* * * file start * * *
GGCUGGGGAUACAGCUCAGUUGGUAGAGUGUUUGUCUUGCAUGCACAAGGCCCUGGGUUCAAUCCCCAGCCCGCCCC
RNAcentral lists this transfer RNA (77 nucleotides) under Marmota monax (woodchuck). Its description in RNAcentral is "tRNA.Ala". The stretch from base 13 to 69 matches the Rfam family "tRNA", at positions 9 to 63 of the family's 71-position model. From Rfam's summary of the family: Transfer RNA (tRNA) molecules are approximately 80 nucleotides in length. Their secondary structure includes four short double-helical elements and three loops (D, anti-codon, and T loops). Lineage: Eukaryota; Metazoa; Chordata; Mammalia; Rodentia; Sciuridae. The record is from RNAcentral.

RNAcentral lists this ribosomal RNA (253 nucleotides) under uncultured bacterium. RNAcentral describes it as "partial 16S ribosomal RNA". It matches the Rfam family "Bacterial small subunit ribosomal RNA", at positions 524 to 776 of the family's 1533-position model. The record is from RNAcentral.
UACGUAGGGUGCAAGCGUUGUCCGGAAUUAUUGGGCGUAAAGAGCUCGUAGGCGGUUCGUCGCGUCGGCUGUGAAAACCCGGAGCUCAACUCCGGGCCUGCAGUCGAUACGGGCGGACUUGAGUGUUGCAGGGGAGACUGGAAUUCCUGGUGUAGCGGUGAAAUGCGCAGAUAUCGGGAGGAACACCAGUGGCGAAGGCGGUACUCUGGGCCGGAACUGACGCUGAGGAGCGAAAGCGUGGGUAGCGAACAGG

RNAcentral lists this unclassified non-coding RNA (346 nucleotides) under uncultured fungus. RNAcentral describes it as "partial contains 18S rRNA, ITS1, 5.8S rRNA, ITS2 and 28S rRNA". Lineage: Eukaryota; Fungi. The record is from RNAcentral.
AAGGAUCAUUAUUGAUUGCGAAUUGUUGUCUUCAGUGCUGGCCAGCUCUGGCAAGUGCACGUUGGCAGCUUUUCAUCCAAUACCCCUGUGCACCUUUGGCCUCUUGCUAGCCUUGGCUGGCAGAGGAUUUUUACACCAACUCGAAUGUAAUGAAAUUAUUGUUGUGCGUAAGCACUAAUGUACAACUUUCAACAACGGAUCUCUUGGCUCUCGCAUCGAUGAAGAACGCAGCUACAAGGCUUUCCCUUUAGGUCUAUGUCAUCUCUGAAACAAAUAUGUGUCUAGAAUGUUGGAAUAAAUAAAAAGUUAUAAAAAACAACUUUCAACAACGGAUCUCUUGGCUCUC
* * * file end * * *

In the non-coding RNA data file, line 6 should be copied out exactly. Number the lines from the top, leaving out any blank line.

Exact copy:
AAGGAUCAUUAUUGAUUGCGAAUUGUUGUCUUCAGUGCUGGCCAGCUCUGGCAAGUGCACGUUGGCAGCUUUUCAUCCAAUACCCCUGUGCACCUUUGGCCUCUUGCUAGCCUUGGCUGGCAGAGGAUUUUUACACCAACUCGAAUGUAAUGAAAUUAUUGUUGUGCGUAAGCACUAAUGUACAACUUUCAACAACGGAUCUCUUGGCUCUCGCAUCGAUGAAGAACGCAGCUACAAGGCUUUCCCUUUAGGUCUAUGUCAUCUCUGAAACAAAUAUGUGUCUAGAAUGUUGGAAUAAAUAAAAAGUUAUAAAAAACAACUUUCAACAACGGAUCUCUUGGCUCUC